Daily thoughts during this worldwide crisis.
A good argument for learning English grammar and idiom well is the protection that it gives us in the age of technology. I am certainly not above being fooled, but knowing language well helps me to spot frauds in print rather quickly.
There are also examples of language and accent being used to spot enemies. There is this one in Judges 12:5-6, “And the Gileadites took the fords of the Jordan against the Ephraimites. And when any of the fugitives of Ephraim said, "Let me go over," the men of Gilead said to him, "Are you an Ephraimite?" When he said, "No," they said to him, "Then say Shibboleth," and he said, "Sibboleth," for he could not pronounce it right; then they seized him and slew him at the fords of the Jordan. And there fell at that time forty-two thousand of the Ephraimites.”
When the pronunciation of a word is used to determine a person’s fate it is now called a “shibboleth.” One of the more well-known ones occurred on Hispaniola in 1937 in a massacre of Haitians in the Dominican Republic. Soldiers would hold up parsley and ask the target what it was. Native French and Creole speakers could not pronounce it correctly in Spanish and were killed.
A more positive use of this idea is to help us determine whether one’s claim of Christianity is genuine. There are those who choose churches based on social connection. I know a real estate firm in another state who keeps a list of churches for their new agents to attend to find clients. There are those who do not know the grammar and idiom of faith and are prone to be deceived. It can even happen to leaders.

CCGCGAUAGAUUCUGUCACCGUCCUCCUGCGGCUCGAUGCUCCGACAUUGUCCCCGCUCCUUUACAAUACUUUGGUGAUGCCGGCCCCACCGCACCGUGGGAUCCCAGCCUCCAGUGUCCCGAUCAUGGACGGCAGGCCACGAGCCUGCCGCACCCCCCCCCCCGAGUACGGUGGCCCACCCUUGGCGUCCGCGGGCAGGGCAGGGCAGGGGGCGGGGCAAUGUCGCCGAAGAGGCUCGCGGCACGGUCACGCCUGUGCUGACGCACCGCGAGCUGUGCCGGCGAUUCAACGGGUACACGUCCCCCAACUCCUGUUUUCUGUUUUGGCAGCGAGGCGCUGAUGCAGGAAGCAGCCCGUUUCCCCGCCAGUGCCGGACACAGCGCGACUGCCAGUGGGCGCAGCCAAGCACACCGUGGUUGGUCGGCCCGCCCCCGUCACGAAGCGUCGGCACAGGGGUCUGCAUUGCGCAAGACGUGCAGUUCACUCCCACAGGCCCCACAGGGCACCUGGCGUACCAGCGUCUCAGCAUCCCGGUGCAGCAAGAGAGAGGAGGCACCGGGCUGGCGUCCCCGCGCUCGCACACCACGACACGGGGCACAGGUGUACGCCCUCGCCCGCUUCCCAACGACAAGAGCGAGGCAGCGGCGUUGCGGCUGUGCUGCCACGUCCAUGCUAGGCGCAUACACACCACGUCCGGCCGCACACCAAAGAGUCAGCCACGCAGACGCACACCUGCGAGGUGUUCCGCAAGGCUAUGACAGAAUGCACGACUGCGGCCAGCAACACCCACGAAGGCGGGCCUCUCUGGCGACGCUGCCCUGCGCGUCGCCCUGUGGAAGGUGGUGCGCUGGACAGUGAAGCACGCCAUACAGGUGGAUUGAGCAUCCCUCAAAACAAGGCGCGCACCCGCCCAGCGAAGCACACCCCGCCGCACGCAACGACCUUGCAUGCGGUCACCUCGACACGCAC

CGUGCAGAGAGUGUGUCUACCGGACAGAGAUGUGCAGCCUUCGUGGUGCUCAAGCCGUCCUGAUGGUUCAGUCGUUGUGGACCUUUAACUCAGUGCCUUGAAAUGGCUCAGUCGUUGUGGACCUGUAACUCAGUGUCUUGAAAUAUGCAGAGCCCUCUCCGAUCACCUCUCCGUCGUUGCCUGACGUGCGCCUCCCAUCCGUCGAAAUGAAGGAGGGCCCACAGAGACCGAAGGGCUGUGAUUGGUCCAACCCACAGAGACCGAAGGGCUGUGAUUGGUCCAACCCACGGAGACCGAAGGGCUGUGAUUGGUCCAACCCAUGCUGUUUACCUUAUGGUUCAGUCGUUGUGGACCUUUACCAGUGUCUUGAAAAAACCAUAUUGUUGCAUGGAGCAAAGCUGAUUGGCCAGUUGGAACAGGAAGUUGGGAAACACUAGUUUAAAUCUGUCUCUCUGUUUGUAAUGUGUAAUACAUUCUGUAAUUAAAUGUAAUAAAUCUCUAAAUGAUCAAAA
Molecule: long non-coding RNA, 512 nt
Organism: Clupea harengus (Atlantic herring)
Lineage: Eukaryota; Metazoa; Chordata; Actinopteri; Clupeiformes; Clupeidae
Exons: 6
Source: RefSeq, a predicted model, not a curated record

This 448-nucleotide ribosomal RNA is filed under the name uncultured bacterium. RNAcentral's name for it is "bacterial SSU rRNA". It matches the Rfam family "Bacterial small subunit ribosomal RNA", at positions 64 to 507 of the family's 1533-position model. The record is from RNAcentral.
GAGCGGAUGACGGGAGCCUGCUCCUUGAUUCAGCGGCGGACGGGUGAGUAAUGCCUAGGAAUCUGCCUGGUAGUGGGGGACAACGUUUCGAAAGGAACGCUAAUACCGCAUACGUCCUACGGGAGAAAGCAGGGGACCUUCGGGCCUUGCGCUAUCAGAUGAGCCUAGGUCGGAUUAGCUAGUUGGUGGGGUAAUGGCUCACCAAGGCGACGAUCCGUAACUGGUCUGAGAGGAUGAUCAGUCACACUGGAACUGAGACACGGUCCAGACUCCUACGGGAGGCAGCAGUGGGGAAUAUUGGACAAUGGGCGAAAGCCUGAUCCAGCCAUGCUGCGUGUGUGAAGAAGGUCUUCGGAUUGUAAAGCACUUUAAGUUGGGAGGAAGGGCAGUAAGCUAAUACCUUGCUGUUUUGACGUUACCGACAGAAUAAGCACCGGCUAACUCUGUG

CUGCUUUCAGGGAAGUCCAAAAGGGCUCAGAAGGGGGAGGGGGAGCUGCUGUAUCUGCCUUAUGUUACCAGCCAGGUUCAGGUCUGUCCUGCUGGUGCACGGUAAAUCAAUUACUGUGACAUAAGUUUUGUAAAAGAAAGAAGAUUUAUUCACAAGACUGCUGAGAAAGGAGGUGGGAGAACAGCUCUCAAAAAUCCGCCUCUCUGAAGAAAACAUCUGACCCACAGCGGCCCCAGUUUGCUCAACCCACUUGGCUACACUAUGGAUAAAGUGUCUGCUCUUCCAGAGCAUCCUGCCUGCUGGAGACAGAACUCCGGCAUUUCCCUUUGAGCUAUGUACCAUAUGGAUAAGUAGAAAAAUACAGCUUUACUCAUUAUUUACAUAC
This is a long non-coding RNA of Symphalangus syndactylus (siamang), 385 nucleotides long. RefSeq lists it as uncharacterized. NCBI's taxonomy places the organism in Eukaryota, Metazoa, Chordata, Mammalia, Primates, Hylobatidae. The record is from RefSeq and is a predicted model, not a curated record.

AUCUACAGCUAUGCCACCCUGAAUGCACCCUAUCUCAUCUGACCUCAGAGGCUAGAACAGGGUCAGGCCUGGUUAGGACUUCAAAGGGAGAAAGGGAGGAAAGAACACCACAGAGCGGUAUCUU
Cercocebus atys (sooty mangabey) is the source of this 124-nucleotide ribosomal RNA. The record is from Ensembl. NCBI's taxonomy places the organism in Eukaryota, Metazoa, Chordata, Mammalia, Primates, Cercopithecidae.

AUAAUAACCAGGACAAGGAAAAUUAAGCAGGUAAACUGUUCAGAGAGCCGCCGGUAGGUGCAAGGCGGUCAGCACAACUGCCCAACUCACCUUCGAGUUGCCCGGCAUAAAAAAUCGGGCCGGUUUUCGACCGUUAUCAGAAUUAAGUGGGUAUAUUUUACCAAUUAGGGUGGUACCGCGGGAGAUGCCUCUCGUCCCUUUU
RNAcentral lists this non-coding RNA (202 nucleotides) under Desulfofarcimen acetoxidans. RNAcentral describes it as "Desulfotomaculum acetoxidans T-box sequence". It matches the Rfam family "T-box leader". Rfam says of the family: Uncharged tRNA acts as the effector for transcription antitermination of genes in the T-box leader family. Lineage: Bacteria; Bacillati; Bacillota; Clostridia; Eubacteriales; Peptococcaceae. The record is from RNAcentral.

From Isaiah 61 and Luke 4 below we have an example of how to determine if a claim of having the Spirit is genuine.
The Spirit of the Lord GOD is upon me,
because the LORD has anointed me
to bring good tidings to the afflicted;
he has sent me to bind up the brokenhearted,
to proclaim liberty to the captives,
and the opening of the prison to those who are bound;
to proclaim the year of the LORD's favor,
and the day of vengeance of our God;
to comfort all who mourn;
to grant to those who mourn in Zion --
to give them a garland instead of ashes,
the oil of gladness instead of mourning,
the mantle of praise instead of a faint spirit;
that they may be called oaks of righteousness,
the planting of the LORD, that he may be glorified.
And he came to Nazareth, where he had been brought up; and he went to the synagogue, as his custom was, on the sabbath day. And he stood up to read; and there was given to him the book of the prophet Isaiah. He opened the book and found the place where it was written,
"The Spirit of the Lord is upon me,
because he has anointed me to preach good news to the poor.
He has sent me to proclaim release to the captives
and recovering of sight to the blind,
to set at liberty those who are oppressed,
to proclaim the acceptable year of the Lord."
And he closed the book, and gave it back to the attendant, and sat down; and the eyes of all in the synagogue were fixed on him. And he began to say to them, "Today this scripture has been fulfilled in your hearing."
What is going on here?! This is an oft-asked question? We use it when we walk into a room with two three-year-old children and an open bag of flour. We ask it when we receive a devastating diagnosis from the doctor. We ask it every election cycle.
In the Old Testament we see David (and the other Psalmists) working out this question through their prayer-poems. We see it being explained to whole nations in pain through the prophets. We see our confusion expressed in Ecclesiastes. We learn how we got into this mess in the first place in Genesis.